Low. The rates are.: 11,000 new cases of cervical cancer (NCI estimate) occurred in the US in 2008. It is crucial to recognize that the majority of these cases could have been prevented with regular Pap screening. In the future, vaccination will likely reduce this rate significantly. In 2010 about 22,000 new cases of ovarian cancer were diagnosed. Oca is more age-associated than Cca. ...Read moreSee 1 more doctor answer
2 out os 100,000: Cervical cancer in the early 20s is very rare. However, these are the years when, depending upon number of sexual partners, you will be exposing yourself the the virus that causes cervical cancer later in life. It is best to be very selective in your intimacy. ...Read moreSee 2 more doctor answers
Not rare: Back in the old days, 30000 americans, many of them young women, died of cancer of the cervix. The only reason this isn't happening nowadays is that we're picking it up earlier and treating it before it fully expresses itself. The hpv vaccine will lower the frequency, but the lesions that precede cervical cancer are very common. ...Read moreSee 1 more doctor answer
On cervical biopsy what does ectocervical squamous mucosa w/ inflammation and reactive changes mean? I'm HPV high risk pos. Also.
No worries: You'll need a pap in a year. Those findings are very normal and not concerning. ...Read more
I have had the jab against cervical cancer (gardasil) what are the chances of my getting mouth or throat cancer?
Depends: There are presently 3 vaccines available.All cover the 2 primary strains associated with cervical,throat and anal cancer. The newest covers 5 additional strains that could be linked to a minority of cancers. The vaccine does help protect against the most common strains, which reduces risk a lot, but not 100%.The vaccine is not site specific, it protects against cancer in any site. ...Read more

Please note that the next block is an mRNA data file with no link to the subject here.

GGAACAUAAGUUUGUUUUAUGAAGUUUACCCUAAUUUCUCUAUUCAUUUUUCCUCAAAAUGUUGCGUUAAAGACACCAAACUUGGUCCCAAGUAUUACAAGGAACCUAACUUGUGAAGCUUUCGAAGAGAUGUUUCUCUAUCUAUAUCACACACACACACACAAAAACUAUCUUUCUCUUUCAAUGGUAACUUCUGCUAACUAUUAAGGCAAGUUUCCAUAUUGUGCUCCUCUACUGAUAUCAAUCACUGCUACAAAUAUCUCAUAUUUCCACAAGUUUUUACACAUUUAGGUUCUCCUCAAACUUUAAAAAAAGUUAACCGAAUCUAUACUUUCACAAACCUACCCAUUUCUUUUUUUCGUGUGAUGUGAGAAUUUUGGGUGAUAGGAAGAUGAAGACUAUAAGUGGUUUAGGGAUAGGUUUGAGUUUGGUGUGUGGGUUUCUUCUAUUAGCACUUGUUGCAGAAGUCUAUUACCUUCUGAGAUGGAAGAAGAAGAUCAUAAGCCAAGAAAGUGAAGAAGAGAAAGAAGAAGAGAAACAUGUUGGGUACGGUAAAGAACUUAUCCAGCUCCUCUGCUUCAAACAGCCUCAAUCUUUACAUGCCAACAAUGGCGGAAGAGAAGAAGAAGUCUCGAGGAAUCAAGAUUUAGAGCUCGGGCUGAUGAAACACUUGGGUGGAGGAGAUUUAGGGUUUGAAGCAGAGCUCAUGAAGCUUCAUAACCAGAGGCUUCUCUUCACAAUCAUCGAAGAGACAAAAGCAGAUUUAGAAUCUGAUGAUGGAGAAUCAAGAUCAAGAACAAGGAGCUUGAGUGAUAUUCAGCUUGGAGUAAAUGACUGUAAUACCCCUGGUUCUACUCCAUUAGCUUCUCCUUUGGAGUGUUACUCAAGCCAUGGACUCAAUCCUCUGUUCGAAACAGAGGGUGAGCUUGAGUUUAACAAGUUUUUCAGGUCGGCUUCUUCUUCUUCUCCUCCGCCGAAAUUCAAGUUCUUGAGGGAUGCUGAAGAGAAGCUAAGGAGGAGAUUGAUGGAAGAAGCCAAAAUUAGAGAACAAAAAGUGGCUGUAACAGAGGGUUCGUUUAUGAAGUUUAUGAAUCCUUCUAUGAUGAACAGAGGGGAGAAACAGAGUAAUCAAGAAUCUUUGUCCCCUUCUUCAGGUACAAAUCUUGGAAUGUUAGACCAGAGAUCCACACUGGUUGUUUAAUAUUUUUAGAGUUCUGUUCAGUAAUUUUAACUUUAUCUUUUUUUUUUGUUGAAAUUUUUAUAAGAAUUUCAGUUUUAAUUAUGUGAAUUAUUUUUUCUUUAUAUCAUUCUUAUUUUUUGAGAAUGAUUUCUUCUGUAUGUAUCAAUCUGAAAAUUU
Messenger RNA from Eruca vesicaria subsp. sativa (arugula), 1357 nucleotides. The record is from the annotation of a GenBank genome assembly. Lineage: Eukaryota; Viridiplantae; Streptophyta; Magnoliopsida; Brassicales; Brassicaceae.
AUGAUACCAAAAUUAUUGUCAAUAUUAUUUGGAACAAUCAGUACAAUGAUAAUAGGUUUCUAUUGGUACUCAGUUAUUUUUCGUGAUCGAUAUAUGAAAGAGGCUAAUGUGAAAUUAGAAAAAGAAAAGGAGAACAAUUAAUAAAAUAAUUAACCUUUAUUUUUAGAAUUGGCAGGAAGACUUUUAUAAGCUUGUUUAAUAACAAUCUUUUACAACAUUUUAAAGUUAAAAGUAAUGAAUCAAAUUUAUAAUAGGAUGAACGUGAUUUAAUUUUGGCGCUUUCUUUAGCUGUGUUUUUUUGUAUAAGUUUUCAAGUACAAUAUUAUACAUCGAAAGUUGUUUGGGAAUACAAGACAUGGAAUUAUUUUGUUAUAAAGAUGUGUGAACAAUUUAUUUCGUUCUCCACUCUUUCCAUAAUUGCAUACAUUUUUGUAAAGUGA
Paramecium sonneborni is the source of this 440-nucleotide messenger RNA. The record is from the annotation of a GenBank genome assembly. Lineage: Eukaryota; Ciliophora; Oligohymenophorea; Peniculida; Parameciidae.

Summary: The leading cause of oropharyngeal cancer is from HPV, a very small number of oral cavity cancers also occur from HPV. Any suspicious lesion should be evaluated by oral surgeon or ENT doc. For more information: http://oralcancerfoundation.org/understanding/hpv/ ...Read moreSee 1 more doctor answer
Could you tell me what are my chances of having breast cancer and cervical cancer at the age of 24?
If removed uterus, will I still be at risk of getting genital HPV? What are the odds & percentages? No anal sex.
Sexually transmitted: HPV is transmitted through intimate contact with an infected individual, e.g., sexual intercourse. If the cervix was left during the hysterectomy, cervical cancer is still a possibility. Cancer of the vagina and the vulva is also associated with HPV infection. No sex is the best protection, followed by monogamy, and sex using a condom. ...Read more
Cancer is a group of diseases that is characterized by uncontrolled cell growth leading to invasion of surrounding tissues that spread to other parts of the body. Cancer can begin anywhere in the body and is usually related to one or more genetic mutations that allow normal cells to become malignant by interfering with internal cellular control mechanisms, such as programmed cell death or by preventing ...Read more
- Talk to a doctor live online for free
- Hpv and cervical cancer
- High risk hpv cervical cancer
- What are the chances of hpv causing cervical cancer?
- Ask a doctor a question free online
- Cervical cancer hpv positive
- Hpv positive chances of getting warts
- What are the chances of getting ovarian and cervical cancer?
- Tested positive for high risk hpv
- Talk to a gynecologist online for free